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GreatSchools Rating

Jason Lee Middle School

Public | 6-8 | 213 students

 
 

Last modified
Community Rating

3 stars

Community Rating by Year
2014:
No new ratings
2013:
Based on 1 rating
2012:
No new ratings
2011:
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12 reviews of this school


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Posted September 8, 2013

Jason Lee is not the newest school around. I can tell you that for sure. The teachers are great though and the I like the program a lot. This school could be improved a lot with a renovation and maybe a better P.E. department. The P.E. teachers are kind of jerks and the building is pretty old. Great school though.


Posted March 12, 2010

This is definitly the best schools. They not only let us learn and teach us great things but they let us be free. the teachers love the students and help then learn what they need for state standerds even if we are failing big time. we will improve...i love this school my entire family went here and i want my children to go here too. no matter whant this school lest us all be very free. and color our own world
—Submitted by a student


Posted May 8, 2009

A great school with plenty of good teachers. All of the progrgrams are well run and the kids love it. As for the so called 'bad kids', there are no more of them then you would see at any other middle school.
—Submitted by a student


Posted January 15, 2009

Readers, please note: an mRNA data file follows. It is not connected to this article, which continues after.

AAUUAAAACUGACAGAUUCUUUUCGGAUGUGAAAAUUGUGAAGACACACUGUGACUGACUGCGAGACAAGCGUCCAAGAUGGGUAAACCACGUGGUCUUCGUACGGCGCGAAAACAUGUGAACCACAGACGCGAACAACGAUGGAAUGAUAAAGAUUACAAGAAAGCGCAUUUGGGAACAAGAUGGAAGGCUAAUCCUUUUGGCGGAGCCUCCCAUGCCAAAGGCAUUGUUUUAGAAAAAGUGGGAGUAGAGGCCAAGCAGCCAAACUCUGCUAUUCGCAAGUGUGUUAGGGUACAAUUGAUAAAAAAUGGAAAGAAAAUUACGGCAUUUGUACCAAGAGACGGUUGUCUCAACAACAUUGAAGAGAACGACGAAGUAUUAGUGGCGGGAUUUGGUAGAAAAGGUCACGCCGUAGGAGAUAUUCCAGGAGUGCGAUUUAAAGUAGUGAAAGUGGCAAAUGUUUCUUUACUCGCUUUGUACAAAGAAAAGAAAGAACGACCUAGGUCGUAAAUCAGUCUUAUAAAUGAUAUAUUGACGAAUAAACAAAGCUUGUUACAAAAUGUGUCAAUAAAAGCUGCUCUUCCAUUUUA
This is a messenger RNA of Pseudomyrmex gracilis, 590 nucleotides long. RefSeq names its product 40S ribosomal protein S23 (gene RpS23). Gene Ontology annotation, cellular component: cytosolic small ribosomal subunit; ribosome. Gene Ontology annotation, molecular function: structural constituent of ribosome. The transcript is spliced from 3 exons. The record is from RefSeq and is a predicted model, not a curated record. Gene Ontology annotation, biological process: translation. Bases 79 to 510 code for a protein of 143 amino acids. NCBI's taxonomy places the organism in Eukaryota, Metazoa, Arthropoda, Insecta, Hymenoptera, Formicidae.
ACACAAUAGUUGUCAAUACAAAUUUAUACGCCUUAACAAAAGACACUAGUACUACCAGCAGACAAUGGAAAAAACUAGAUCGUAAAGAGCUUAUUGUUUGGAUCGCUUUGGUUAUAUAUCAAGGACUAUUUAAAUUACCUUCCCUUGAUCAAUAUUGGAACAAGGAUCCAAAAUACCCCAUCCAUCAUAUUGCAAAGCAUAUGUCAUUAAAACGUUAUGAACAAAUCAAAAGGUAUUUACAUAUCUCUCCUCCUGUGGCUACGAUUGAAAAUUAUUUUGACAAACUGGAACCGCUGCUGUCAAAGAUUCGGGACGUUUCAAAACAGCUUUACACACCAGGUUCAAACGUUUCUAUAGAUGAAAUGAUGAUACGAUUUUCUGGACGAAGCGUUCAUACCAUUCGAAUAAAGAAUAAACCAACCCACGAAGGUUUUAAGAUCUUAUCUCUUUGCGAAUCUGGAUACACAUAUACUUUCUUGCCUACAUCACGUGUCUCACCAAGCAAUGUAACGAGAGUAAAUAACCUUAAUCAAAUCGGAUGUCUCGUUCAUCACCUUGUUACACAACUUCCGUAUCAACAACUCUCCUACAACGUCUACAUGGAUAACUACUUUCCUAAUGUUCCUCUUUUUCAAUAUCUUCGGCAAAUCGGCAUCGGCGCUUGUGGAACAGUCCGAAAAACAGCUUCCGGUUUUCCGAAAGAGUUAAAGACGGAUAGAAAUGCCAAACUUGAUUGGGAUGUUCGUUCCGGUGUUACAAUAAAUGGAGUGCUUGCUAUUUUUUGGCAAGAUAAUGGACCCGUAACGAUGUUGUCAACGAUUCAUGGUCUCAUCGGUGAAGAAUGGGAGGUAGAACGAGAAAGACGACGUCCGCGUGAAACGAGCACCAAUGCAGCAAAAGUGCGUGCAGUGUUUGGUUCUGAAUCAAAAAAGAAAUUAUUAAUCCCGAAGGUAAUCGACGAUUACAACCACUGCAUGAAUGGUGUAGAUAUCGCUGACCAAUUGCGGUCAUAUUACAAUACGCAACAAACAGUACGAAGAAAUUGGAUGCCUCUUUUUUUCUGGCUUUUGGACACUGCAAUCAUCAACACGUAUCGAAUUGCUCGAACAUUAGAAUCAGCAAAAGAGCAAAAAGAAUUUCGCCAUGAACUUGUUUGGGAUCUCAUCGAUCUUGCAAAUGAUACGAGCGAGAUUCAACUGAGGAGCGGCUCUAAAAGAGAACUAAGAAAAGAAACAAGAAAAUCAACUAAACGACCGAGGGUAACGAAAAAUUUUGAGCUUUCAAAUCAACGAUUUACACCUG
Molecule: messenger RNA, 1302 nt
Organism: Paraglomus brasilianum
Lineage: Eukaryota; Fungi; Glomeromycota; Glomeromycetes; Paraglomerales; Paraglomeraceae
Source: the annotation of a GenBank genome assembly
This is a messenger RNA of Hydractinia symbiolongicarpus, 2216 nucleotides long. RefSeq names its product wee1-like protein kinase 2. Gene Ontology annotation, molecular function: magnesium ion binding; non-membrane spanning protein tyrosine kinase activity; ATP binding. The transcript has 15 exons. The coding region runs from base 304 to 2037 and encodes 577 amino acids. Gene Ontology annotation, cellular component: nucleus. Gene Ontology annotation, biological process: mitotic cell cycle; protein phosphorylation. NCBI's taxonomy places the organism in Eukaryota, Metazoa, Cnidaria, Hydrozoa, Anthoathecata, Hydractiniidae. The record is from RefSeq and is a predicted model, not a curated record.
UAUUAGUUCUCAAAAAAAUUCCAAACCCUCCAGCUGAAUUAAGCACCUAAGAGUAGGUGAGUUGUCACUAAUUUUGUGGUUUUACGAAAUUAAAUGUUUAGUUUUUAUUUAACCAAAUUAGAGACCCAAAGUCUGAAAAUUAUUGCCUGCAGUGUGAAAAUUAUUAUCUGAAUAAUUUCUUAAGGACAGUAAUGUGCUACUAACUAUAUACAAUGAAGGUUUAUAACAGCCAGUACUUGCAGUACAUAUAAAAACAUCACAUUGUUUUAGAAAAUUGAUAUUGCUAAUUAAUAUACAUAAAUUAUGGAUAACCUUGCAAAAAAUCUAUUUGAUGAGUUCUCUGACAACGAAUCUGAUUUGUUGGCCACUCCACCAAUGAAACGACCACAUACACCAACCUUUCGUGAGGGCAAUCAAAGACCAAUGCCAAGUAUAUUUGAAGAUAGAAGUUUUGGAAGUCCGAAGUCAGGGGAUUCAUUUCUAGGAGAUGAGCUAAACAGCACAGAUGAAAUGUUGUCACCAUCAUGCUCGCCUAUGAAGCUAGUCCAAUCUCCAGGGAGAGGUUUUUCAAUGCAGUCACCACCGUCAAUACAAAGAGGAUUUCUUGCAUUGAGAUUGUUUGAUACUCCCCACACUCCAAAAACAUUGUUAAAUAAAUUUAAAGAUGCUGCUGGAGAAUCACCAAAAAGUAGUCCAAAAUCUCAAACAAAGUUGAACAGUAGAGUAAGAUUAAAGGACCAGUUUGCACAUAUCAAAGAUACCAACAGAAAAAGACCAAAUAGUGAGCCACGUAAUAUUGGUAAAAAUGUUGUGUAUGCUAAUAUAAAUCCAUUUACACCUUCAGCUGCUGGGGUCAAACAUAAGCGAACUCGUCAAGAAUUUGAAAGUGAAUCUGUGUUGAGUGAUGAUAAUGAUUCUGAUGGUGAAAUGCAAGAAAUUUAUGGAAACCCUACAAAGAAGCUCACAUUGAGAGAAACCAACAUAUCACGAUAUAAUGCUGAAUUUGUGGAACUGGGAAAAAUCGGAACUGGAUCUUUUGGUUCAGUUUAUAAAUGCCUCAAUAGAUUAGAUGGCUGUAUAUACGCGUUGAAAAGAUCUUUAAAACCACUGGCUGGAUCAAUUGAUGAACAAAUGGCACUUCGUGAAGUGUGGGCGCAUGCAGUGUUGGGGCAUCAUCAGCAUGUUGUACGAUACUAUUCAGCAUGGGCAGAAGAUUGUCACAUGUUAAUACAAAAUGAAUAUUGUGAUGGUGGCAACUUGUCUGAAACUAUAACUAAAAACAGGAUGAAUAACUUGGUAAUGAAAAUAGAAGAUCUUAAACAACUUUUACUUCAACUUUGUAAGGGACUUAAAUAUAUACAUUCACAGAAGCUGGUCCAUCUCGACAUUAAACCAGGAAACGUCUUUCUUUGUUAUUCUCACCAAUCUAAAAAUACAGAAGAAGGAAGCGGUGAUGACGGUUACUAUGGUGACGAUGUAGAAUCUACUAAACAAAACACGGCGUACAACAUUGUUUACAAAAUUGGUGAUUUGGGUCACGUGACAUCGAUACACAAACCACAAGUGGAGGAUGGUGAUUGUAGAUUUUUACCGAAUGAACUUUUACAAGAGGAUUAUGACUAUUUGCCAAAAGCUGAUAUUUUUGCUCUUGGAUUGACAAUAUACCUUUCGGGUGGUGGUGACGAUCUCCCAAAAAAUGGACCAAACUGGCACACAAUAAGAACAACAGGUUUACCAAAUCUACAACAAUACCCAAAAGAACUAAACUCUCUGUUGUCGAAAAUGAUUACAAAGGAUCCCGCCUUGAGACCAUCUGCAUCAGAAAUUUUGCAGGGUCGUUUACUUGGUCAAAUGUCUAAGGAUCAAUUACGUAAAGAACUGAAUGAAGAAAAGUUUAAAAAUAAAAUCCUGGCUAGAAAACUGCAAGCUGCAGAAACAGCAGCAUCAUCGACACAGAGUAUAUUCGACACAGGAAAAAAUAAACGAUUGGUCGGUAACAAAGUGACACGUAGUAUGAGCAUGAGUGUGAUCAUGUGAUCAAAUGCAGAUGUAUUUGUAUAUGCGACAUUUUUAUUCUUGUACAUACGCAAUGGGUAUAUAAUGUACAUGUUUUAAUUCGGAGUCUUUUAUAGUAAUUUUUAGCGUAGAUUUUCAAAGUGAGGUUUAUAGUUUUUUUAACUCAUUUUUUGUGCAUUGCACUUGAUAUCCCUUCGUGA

Wonderful Special education program! Staff very willing to work with challenging students and help them get a good education! I am impressed.


Posted July 28, 2008

It's probably not the worst school in Vancouver, but it's definitely not the best. There is something wrong about Jason Lee. I have sat at student performances and the principal, Ms. Cone, appears disengaged. Many of the teachers here seem more than ready for retirement and outdated in their manner of teaching. With so many differently-abled learners, Jason Lee has its work cut out for it. From my experience as a parent it is not handling the task. The 'bad' kids dominate here and there are plenty of them.
—Submitted by a parent


Posted October 30, 2007

I like this school. As a parent I want my child to be immersed in diverse cultures and needs. Jason Lee has a large assortment of differences, from accelerated learning to non English speaking students. Having that type of variety may skew the testing results but it gives a much better view of the world to our children.
—Submitted by a parent


Posted April 17, 2007

As a student I at jason lee has good teachers. My favorite was ms.Reiff. I think though that 6 graders need more sports insted of just track. Parents with time can participate in school stuff but parents that have to support a famliy have no time.
—Submitted by a student


Posted November 19, 2006

jason lee middle school is getting way to strict these kids need freedom of expression. just because the world is hard and crazy does not mean we have to take it out on todays youth. i think that the school should have more faith in the students because the school is full of great kids. its seems that they think if they dont push the students into being good, they will turn in to a bunch good for nothing drug dealers.i hope the kids of jason lee take a stand for their rights and speech up about this, because i know for a fact not too many kids there are happy about this pedicament.
—Submitted by a student


Posted March 30, 2006